Tuesday, June 28, 2011

Google, target of worldwide surveillance and takedown requests

Google continued to demonstrate its commitment to transparency on Monday by releasing fresh statistics on the number of times it has disclosed private user data to a government, or removed content at government request. The country-by-country report covers the second half of 2010.

During that period, the United States was the top requester of user information (4,601 requests), while Brazil was the leader in takedowns, with 263 requests leading to the removal of 12,363 items.

Google has committed to releasing such data at six-month intervals, and the data now goes back 18 months. US data requests were up about 30 percent in the second half of 2010 compared with the same period in 2009. Brazil, which requested the most data in the second half of 2009, actually saw its data requests fall since then.

For the first time, Google is also disclosing the fraction of user data requests it has complied with in addition to the total number of requests (it has always provided compliance statistics on takedowns). It complied with the highest fraction—94 percent—of American requests. It also complied with more than 80 percent of requests in Japan, Singapore, and Australia. At the opposite extreme, Google refused to comply with any of Turkey and Hungary's information requests, and it complied with fewer than half of the requests in South Korea, Portugal, Argentina, and Poland.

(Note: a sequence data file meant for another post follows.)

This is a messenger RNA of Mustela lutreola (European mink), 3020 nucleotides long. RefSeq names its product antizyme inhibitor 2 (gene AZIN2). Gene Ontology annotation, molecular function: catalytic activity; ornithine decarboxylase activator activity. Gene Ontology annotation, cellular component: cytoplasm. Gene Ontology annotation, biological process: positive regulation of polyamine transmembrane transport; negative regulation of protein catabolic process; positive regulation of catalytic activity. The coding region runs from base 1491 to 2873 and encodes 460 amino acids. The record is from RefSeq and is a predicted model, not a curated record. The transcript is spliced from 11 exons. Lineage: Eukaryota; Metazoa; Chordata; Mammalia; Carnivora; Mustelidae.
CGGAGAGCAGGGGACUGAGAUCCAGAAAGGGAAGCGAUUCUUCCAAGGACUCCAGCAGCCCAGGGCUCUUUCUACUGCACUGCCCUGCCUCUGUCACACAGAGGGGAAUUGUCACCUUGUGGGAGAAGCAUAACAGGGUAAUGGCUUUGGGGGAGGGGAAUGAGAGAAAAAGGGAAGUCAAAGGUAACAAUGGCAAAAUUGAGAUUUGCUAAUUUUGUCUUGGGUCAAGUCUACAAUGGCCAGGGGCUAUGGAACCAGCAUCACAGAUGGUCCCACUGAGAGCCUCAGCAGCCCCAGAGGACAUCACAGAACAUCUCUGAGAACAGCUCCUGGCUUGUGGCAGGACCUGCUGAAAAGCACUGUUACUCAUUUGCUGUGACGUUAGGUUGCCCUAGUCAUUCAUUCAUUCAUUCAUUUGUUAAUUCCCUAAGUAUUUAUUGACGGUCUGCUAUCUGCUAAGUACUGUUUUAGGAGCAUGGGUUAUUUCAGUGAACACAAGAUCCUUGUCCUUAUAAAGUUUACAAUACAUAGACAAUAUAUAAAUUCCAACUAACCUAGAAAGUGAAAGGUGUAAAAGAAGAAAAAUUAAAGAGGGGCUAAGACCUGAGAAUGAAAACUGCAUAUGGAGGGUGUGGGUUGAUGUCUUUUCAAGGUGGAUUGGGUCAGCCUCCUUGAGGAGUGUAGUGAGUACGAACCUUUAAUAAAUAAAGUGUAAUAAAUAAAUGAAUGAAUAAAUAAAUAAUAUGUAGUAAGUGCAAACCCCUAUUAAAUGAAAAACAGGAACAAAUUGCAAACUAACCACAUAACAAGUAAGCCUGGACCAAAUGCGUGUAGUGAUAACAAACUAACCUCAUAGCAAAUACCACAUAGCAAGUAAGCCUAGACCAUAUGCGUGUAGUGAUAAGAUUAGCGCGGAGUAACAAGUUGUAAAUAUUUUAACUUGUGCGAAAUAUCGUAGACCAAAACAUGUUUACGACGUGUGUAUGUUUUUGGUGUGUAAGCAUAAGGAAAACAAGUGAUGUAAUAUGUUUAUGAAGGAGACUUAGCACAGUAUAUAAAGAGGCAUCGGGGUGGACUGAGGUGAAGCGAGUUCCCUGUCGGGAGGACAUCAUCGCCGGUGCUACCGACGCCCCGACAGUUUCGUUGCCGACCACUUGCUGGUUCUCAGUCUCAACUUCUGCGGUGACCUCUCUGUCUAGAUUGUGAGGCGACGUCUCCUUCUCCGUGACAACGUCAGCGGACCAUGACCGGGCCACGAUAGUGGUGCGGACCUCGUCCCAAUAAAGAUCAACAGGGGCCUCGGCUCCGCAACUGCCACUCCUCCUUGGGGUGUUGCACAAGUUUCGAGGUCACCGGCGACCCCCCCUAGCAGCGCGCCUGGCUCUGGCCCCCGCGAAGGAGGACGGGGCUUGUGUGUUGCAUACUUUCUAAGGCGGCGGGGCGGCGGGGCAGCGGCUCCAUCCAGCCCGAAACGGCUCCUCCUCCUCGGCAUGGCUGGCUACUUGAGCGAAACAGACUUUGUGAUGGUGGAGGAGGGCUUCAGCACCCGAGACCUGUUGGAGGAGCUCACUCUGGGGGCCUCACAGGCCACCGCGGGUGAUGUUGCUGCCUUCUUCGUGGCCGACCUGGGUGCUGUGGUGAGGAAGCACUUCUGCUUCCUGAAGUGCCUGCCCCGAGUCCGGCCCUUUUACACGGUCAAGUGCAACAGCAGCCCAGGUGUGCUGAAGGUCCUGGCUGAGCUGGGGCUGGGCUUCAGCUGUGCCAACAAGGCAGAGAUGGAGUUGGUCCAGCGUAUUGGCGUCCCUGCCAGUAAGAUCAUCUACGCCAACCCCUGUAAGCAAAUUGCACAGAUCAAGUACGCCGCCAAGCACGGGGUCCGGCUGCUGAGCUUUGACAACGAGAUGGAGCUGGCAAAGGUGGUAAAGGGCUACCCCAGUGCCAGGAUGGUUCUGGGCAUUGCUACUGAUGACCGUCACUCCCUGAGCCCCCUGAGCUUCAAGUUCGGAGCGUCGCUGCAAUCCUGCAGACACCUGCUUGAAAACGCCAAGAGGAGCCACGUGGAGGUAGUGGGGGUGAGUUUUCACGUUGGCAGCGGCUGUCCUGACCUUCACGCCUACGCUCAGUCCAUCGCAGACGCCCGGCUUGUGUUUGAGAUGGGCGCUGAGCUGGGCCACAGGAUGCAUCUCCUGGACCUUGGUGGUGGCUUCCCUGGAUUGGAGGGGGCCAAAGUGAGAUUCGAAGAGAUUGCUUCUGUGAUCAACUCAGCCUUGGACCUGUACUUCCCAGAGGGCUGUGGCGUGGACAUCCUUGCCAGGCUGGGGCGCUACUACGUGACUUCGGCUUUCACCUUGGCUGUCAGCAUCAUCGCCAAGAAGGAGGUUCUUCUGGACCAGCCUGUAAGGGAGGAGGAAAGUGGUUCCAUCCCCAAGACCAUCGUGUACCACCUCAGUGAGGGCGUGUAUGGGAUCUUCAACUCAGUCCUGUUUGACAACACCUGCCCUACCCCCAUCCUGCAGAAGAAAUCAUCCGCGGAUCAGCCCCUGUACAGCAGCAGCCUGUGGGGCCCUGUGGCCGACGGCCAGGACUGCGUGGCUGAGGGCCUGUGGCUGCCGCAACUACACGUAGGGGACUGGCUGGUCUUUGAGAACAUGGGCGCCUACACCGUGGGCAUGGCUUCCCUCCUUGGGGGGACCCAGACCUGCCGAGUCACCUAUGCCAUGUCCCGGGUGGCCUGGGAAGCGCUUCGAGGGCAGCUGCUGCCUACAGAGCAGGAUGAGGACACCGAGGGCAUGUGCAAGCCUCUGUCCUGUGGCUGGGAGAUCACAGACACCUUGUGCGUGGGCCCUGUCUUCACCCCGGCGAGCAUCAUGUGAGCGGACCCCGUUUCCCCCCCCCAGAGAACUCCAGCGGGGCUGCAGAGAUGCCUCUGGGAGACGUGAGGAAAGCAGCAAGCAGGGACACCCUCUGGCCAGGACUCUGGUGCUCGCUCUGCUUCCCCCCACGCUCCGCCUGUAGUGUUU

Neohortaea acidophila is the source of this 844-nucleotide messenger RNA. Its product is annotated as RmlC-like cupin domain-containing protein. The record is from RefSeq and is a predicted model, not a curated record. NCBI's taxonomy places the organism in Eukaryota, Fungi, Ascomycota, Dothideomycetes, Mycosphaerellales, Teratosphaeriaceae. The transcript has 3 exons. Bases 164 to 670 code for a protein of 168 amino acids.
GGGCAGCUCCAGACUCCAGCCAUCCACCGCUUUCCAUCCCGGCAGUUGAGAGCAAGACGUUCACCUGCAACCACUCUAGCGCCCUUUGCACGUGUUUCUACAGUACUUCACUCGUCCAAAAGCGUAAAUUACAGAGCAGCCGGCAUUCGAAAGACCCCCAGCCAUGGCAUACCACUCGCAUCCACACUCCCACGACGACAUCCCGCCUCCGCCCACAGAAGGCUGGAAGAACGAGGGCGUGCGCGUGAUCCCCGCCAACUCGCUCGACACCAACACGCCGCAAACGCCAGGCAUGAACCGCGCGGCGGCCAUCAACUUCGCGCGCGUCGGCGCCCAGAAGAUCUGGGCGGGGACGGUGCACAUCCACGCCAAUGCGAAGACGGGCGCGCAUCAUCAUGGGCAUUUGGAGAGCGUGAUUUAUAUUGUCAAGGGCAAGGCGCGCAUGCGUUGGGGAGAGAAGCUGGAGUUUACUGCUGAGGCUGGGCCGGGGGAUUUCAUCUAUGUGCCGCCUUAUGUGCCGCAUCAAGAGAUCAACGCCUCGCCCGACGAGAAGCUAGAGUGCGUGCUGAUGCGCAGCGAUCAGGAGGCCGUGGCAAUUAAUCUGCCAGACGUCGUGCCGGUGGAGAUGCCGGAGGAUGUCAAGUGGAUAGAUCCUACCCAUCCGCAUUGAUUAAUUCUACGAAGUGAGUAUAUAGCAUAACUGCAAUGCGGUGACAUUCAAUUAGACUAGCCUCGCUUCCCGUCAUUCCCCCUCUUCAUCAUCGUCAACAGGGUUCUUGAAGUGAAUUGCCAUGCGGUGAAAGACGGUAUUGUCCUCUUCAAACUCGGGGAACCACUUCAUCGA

The section on takedown requests provides an interesting window into the different types of censorship that occur around the world. For example, Google complied with a request from the Thai government to remove 43 items "mocking or criticizing the king," which is illegal in that country. It removed an Italian video that depicted the assassination of Prime Minister Silvio Berlusconi, but refused to remove videos criticizing politicians in India.

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